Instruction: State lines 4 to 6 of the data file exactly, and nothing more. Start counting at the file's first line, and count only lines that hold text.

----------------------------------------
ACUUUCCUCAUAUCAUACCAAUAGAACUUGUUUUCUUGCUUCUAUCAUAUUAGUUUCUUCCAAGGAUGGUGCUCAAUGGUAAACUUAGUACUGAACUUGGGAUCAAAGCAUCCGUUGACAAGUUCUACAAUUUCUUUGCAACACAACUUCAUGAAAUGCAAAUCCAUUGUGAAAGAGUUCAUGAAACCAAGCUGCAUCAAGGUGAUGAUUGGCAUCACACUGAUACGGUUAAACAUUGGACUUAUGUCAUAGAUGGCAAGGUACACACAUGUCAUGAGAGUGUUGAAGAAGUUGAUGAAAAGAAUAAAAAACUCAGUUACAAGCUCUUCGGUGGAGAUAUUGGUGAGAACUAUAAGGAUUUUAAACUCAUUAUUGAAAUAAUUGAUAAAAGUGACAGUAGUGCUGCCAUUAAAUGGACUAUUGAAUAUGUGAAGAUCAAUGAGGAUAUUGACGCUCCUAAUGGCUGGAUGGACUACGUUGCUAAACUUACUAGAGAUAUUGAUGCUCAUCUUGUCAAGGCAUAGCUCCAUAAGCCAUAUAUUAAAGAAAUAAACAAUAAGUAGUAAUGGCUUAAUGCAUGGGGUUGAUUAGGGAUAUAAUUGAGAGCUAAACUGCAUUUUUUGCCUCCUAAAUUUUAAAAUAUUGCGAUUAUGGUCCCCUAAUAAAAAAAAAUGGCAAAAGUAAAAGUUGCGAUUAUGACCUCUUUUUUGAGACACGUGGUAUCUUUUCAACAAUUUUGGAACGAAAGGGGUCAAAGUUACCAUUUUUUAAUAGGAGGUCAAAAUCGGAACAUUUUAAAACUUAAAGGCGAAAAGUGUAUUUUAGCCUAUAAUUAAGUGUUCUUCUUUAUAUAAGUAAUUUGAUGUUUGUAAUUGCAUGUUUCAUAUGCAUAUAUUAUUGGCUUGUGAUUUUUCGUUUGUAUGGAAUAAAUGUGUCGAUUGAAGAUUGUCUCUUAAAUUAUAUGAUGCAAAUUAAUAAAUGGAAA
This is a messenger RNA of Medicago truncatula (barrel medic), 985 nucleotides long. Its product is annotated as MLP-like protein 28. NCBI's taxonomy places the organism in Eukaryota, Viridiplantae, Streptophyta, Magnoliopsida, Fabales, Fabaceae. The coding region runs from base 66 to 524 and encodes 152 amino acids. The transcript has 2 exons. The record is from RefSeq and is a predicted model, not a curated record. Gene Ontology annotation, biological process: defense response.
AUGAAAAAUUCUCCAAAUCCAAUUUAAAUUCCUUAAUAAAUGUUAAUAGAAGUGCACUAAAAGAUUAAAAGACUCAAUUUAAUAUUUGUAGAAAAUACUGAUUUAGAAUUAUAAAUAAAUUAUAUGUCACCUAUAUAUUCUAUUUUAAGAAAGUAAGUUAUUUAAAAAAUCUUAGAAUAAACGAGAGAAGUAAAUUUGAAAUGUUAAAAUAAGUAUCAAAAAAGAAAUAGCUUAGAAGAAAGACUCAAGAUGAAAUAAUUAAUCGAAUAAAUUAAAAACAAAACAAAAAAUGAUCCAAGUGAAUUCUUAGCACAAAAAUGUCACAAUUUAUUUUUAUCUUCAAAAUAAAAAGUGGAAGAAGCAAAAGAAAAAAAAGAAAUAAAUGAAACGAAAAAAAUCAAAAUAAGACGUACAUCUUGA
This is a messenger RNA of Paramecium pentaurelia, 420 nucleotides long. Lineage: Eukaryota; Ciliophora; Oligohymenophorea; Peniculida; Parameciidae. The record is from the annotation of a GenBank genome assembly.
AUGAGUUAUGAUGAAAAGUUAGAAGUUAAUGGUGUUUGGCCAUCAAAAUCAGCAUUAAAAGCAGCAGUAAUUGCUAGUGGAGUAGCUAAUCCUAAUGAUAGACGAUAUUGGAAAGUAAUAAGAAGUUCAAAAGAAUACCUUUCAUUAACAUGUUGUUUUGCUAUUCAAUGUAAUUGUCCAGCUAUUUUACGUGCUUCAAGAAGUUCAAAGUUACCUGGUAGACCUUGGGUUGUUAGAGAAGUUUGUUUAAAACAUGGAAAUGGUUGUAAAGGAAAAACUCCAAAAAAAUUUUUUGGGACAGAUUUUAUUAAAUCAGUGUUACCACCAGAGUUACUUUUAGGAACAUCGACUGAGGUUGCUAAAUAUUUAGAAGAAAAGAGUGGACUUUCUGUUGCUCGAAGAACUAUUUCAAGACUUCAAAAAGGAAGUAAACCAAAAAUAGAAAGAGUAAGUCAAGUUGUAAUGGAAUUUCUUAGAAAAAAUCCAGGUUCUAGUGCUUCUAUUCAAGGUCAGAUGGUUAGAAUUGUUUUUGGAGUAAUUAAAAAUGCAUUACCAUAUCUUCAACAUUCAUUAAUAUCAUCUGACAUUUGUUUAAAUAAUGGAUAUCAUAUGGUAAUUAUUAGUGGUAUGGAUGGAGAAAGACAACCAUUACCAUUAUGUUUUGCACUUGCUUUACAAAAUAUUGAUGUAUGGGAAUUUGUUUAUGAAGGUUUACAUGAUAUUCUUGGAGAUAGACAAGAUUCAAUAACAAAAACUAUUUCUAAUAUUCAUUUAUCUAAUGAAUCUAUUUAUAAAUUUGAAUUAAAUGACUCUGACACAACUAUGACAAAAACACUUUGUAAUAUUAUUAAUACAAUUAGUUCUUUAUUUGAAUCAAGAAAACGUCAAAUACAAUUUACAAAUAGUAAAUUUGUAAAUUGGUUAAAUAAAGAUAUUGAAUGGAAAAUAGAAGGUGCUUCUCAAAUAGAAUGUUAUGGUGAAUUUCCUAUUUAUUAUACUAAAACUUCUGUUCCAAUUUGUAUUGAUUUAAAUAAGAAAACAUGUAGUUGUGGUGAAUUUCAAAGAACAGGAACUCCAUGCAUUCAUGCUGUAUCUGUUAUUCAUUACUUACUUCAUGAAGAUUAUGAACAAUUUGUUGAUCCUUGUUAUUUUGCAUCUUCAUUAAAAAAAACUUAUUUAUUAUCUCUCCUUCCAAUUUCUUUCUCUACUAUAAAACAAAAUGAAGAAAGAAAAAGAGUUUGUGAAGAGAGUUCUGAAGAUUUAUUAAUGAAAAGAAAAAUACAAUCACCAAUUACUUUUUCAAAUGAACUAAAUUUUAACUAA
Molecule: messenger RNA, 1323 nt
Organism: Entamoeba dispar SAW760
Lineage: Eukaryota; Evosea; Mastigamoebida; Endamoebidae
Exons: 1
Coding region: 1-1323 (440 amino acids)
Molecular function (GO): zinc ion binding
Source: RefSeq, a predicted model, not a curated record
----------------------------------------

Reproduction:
This is a messenger RNA of Paramecium pentaurelia, 420 nucleotides long. Lineage: Eukaryota; Ciliophora; Oligohymenophorea; Peniculida; Parameciidae. The record is from the annotation of a GenBank genome assembly.
AUGAGUUAUGAUGAAAAGUUAGAAGUUAAUGGUGUUUGGCCAUCAAAAUCAGCAUUAAAAGCAGCAGUAAUUGCUAGUGGAGUAGCUAAUCCUAAUGAUAGACGAUAUUGGAAAGUAAUAAGAAGUUCAAAAGAAUACCUUUCAUUAACAUGUUGUUUUGCUAUUCAAUGUAAUUGUCCAGCUAUUUUACGUGCUUCAAGAAGUUCAAAGUUACCUGGUAGACCUUGGGUUGUUAGAGAAGUUUGUUUAAAACAUGGAAAUGGUUGUAAAGGAAAAACUCCAAAAAAAUUUUUUGGGACAGAUUUUAUUAAAUCAGUGUUACCACCAGAGUUACUUUUAGGAACAUCGACUGAGGUUGCUAAAUAUUUAGAAGAAAAGAGUGGACUUUCUGUUGCUCGAAGAACUAUUUCAAGACUUCAAAAAGGAAGUAAACCAAAAAUAGAAAGAGUAAGUCAAGUUGUAAUGGAAUUUCUUAGAAAAAAUCCAGGUUCUAGUGCUUCUAUUCAAGGUCAGAUGGUUAGAAUUGUUUUUGGAGUAAUUAAAAAUGCAUUACCAUAUCUUCAACAUUCAUUAAUAUCAUCUGACAUUUGUUUAAAUAAUGGAUAUCAUAUGGUAAUUAUUAGUGGUAUGGAUGGAGAAAGACAACCAUUACCAUUAUGUUUUGCACUUGCUUUACAAAAUAUUGAUGUAUGGGAAUUUGUUUAUGAAGGUUUACAUGAUAUUCUUGGAGAUAGACAAGAUUCAAUAACAAAAACUAUUUCUAAUAUUCAUUUAUCUAAUGAAUCUAUUUAUAAAUUUGAAUUAAAUGACUCUGACACAACUAUGACAAAAACACUUUGUAAUAUUAUUAAUACAAUUAGUUCUUUAUUUGAAUCAAGAAAACGUCAAAUACAAUUUACAAAUAGUAAAUUUGUAAAUUGGUUAAAUAAAGAUAUUGAAUGGAAAAUAGAAGGUGCUUCUCAAAUAGAAUGUUAUGGUGAAUUUCCUAUUUAUUAUACUAAAACUUCUGUUCCAAUUUGUAUUGAUUUAAAUAAGAAAACAUGUAGUUGUGGUGAAUUUCAAAGAACAGGAACUCCAUGCAUUCAUGCUGUAUCUGUUAUUCAUUACUUACUUCAUGAAGAUUAUGAACAAUUUGUUGAUCCUUGUUAUUUUGCAUCUUCAUUAAAAAAAACUUAUUUAUUAUCUCUCCUUCCAAUUUCUUUCUCUACUAUAAAACAAAAUGAAGAAAGAAAAAGAGUUUGUGAAGAGAGUUCUGAAGAUUUAUUAAUGAAAAGAAAAAUACAAUCACCAAUUACUUUUUCAAAUGAACUAAAUUUUAACUAA
Molecule: messenger RNA, 1323 nt